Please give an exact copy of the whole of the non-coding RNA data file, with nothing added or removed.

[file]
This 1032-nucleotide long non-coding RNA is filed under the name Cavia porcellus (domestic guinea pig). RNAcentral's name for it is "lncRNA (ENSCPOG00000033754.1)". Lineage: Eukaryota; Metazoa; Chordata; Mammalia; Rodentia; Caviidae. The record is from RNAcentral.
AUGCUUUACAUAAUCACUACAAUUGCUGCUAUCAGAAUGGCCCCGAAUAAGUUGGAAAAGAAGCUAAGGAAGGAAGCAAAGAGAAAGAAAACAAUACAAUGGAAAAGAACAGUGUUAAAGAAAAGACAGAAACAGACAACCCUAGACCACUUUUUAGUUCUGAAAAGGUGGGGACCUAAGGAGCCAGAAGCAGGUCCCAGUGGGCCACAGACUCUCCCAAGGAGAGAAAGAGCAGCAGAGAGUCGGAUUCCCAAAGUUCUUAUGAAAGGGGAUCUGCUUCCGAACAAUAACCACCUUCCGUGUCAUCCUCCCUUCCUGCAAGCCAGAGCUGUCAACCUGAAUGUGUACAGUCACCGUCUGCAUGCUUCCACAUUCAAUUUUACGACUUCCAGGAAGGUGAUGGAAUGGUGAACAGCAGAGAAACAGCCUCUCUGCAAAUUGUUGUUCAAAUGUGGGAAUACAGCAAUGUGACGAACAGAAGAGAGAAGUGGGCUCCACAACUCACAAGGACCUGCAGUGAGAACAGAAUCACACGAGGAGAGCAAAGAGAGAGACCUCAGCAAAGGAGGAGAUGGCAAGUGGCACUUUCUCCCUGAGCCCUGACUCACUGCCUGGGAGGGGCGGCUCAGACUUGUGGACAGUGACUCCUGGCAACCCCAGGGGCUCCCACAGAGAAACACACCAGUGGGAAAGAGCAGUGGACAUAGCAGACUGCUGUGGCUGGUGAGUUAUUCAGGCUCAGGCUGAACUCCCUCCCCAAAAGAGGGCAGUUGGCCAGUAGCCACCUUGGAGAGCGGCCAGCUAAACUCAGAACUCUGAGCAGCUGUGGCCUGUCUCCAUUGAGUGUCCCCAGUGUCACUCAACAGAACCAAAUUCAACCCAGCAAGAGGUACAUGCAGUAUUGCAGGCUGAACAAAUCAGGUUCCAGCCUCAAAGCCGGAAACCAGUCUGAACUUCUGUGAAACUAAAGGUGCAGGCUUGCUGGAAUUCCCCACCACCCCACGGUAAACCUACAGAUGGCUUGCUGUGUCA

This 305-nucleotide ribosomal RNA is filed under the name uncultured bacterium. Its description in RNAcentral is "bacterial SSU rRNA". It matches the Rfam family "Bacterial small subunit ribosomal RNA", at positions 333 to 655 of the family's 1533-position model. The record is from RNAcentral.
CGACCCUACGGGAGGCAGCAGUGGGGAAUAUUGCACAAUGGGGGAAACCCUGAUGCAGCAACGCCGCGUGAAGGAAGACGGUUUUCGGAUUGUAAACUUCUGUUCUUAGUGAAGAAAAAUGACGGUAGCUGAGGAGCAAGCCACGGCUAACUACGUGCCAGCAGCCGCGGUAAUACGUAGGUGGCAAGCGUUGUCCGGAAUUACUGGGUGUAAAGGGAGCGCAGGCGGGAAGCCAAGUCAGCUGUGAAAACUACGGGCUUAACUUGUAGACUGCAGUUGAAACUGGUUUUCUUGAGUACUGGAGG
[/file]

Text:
This 1032-nucleotide long non-coding RNA is filed under the name Cavia porcellus (domestic guinea pig). RNAcentral's name for it is "lncRNA (ENSCPOG00000033754.1)". Lineage: Eukaryota; Metazoa; Chordata; Mammalia; Rodentia; Caviidae. The record is from RNAcentral.
AUGCUUUACAUAAUCACUACAAUUGCUGCUAUCAGAAUGGCCCCGAAUAAGUUGGAAAAGAAGCUAAGGAAGGAAGCAAAGAGAAAGAAAACAAUACAAUGGAAAAGAACAGUGUUAAAGAAAAGACAGAAACAGACAACCCUAGACCACUUUUUAGUUCUGAAAAGGUGGGGACCUAAGGAGCCAGAAGCAGGUCCCAGUGGGCCACAGACUCUCCCAAGGAGAGAAAGAGCAGCAGAGAGUCGGAUUCCCAAAGUUCUUAUGAAAGGGGAUCUGCUUCCGAACAAUAACCACCUUCCGUGUCAUCCUCCCUUCCUGCAAGCCAGAGCUGUCAACCUGAAUGUGUACAGUCACCGUCUGCAUGCUUCCACAUUCAAUUUUACGACUUCCAGGAAGGUGAUGGAAUGGUGAACAGCAGAGAAACAGCCUCUCUGCAAAUUGUUGUUCAAAUGUGGGAAUACAGCAAUGUGACGAACAGAAGAGAGAAGUGGGCUCCACAACUCACAAGGACCUGCAGUGAGAACAGAAUCACACGAGGAGAGCAAAGAGAGAGACCUCAGCAAAGGAGGAGAUGGCAAGUGGCACUUUCUCCCUGAGCCCUGACUCACUGCCUGGGAGGGGCGGCUCAGACUUGUGGACAGUGACUCCUGGCAACCCCAGGGGCUCCCACAGAGAAACACACCAGUGGGAAAGAGCAGUGGACAUAGCAGACUGCUGUGGCUGGUGAGUUAUUCAGGCUCAGGCUGAACUCCCUCCCCAAAAGAGGGCAGUUGGCCAGUAGCCACCUUGGAGAGCGGCCAGCUAAACUCAGAACUCUGAGCAGCUGUGGCCUGUCUCCAUUGAGUGUCCCCAGUGUCACUCAACAGAACCAAAUUCAACCCAGCAAGAGGUACAUGCAGUAUUGCAGGCUGAACAAAUCAGGUUCCAGCCUCAAAGCCGGAAACCAGUCUGAACUUCUGUGAAACUAAAGGUGCAGGCUUGCUGGAAUUCCCCACCACCCCACGGUAAACCUACAGAUGGCUUGCUGUGUCA

This 305-nucleotide ribosomal RNA is filed under the name uncultured bacterium. Its description in RNAcentral is "bacterial SSU rRNA". It matches the Rfam family "Bacterial small subunit ribosomal RNA", at positions 333 to 655 of the family's 1533-position model. The record is from RNAcentral.
CGACCCUACGGGAGGCAGCAGUGGGGAAUAUUGCACAAUGGGGGAAACCCUGAUGCAGCAACGCCGCGUGAAGGAAGACGGUUUUCGGAUUGUAAACUUCUGUUCUUAGUGAAGAAAAAUGACGGUAGCUGAGGAGCAAGCCACGGCUAACUACGUGCCAGCAGCCGCGGUAAUACGUAGGUGGCAAGCGUUGUCCGGAAUUACUGGGUGUAAAGGGAGCGCAGGCGGGAAGCCAAGUCAGCUGUGAAAACUACGGGCUUAACUUGUAGACUGCAGUUGAAACUGGUUUUCUUGAGUACUGGAGG